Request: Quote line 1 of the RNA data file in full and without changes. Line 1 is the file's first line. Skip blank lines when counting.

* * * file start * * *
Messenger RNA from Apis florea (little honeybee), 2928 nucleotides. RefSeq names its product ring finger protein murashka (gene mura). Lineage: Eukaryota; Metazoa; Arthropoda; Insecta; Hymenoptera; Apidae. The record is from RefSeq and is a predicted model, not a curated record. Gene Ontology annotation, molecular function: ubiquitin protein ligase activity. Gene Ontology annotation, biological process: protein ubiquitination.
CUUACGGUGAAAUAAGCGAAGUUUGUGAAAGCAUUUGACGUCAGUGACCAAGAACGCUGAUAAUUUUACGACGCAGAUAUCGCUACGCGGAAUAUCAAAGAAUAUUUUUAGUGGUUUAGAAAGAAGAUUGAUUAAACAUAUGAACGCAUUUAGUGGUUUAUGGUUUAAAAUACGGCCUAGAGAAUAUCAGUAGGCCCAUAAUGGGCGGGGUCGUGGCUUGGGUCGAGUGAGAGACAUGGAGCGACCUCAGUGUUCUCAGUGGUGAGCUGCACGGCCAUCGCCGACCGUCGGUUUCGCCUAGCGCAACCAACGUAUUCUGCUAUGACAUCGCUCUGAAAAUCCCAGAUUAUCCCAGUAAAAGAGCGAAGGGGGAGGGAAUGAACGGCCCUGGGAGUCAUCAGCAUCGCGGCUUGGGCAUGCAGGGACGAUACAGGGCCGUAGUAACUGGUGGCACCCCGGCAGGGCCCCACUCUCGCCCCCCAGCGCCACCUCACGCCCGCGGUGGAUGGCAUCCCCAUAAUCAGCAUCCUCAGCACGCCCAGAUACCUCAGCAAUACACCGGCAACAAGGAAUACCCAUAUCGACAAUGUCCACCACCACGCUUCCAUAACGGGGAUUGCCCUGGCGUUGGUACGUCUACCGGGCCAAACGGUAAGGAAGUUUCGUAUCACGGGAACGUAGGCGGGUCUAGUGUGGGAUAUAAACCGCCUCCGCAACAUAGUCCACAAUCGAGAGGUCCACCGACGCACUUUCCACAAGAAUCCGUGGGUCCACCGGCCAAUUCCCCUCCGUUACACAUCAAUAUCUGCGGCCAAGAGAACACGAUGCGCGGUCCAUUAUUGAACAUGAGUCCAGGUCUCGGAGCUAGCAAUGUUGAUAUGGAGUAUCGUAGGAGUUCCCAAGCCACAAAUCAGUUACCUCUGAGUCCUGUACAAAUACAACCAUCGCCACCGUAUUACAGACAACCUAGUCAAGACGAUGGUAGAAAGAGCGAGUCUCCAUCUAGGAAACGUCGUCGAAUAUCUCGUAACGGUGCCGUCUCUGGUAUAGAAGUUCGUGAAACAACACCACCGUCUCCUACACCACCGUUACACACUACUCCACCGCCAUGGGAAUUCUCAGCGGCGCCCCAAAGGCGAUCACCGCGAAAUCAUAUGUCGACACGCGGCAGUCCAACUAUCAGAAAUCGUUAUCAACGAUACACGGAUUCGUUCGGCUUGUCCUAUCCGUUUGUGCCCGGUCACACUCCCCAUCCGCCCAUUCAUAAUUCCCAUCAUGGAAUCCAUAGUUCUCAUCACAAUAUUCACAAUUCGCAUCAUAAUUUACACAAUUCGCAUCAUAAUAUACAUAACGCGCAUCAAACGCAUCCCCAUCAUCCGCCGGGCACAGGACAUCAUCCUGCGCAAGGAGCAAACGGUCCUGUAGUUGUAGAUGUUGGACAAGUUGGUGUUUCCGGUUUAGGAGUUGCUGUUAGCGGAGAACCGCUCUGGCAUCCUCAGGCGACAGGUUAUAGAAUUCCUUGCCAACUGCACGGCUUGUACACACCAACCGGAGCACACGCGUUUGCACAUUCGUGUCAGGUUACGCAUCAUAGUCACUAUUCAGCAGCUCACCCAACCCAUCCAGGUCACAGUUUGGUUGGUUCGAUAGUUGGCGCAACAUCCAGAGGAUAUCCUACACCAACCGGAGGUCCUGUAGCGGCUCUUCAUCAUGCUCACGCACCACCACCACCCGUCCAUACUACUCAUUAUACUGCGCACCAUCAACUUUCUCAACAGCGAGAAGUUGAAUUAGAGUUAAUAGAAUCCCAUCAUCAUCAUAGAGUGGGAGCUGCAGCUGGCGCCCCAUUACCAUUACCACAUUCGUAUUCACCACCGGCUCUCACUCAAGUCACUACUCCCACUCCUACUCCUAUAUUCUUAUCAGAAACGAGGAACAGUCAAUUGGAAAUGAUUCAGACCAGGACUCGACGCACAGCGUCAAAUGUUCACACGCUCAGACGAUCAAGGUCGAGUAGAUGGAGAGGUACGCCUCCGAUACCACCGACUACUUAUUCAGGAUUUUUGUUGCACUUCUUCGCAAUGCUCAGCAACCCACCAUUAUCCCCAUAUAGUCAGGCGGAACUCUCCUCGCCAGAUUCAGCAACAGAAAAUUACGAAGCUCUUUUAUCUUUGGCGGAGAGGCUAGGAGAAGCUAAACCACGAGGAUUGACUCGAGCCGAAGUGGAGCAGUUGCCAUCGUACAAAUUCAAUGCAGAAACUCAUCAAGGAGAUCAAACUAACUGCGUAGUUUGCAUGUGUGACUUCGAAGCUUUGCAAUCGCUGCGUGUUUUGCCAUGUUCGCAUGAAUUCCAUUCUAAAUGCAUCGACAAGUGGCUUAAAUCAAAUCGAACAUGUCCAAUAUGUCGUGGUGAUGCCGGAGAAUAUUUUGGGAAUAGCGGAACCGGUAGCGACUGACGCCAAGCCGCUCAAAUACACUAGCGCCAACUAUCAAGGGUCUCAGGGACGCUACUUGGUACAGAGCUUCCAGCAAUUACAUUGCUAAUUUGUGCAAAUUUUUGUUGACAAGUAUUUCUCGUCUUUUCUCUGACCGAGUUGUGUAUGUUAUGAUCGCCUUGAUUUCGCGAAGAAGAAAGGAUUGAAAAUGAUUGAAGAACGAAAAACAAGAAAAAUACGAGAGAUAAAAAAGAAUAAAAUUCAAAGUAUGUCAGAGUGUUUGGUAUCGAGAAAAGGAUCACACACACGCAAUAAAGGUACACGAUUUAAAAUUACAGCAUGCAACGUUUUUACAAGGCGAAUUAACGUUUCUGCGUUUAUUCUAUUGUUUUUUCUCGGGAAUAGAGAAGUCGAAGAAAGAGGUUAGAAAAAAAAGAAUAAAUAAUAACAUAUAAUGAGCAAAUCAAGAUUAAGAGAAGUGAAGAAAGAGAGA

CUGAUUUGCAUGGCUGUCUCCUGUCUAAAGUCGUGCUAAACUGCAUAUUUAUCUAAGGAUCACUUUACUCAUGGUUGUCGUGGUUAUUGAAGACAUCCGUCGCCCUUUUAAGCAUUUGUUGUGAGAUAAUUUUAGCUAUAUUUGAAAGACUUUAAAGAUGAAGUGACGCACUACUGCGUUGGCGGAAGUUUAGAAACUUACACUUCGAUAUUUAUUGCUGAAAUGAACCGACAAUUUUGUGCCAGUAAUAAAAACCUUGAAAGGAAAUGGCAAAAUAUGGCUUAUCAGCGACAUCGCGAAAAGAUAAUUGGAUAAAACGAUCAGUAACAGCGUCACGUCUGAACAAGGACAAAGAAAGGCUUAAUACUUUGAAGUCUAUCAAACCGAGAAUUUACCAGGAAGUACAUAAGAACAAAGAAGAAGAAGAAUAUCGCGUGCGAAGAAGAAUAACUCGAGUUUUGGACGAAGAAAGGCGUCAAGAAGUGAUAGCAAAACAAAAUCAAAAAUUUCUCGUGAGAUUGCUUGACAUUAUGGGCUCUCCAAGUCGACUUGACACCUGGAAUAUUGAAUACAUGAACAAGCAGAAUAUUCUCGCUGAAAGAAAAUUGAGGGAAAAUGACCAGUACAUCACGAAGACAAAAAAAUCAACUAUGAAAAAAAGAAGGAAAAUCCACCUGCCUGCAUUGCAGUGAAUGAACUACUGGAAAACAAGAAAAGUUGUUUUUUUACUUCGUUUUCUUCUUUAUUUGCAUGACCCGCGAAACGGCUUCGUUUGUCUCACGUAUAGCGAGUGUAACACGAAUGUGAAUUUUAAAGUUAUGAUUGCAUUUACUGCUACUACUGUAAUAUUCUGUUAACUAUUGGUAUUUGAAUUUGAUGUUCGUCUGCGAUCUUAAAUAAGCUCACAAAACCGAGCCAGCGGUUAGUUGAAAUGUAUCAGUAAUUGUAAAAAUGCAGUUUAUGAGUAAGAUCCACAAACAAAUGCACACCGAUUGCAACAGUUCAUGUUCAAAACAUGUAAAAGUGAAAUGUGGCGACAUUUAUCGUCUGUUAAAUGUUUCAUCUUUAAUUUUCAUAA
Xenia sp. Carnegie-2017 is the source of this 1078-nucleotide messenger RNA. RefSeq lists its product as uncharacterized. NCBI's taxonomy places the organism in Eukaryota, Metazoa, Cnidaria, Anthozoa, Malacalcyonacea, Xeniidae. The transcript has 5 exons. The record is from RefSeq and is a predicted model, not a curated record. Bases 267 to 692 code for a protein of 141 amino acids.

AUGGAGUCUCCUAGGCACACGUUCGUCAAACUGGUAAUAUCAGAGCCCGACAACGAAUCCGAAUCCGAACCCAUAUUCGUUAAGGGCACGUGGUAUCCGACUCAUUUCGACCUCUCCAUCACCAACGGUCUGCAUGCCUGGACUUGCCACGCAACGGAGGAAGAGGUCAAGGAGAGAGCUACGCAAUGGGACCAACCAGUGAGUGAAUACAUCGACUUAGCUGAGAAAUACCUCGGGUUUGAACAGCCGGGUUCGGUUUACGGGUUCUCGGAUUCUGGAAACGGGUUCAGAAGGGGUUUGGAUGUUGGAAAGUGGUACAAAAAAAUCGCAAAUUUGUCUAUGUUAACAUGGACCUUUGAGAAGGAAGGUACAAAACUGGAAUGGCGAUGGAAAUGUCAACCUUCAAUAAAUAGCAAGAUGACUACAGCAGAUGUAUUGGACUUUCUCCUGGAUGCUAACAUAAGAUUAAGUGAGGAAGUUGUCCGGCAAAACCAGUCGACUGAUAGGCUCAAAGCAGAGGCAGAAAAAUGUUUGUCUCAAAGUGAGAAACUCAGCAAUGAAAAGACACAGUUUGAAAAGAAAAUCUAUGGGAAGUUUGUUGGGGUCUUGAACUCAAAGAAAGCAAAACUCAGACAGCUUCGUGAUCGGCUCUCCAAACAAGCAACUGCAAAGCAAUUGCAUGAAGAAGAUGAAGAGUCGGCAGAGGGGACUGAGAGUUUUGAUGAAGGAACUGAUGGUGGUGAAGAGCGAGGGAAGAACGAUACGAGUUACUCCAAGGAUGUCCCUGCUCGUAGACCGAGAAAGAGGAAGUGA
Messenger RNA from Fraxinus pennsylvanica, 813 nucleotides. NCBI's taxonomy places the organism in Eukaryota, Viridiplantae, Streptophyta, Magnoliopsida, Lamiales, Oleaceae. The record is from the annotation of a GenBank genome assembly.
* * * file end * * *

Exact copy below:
Messenger RNA from Apis florea (little honeybee), 2928 nucleotides. RefSeq names its product ring finger protein murashka (gene mura). Lineage: Eukaryota; Metazoa; Arthropoda; Insecta; Hymenoptera; Apidae. The record is from RefSeq and is a predicted model, not a curated record. Gene Ontology annotation, molecular function: ubiquitin protein ligase activity. Gene Ontology annotation, biological process: protein ubiquitination.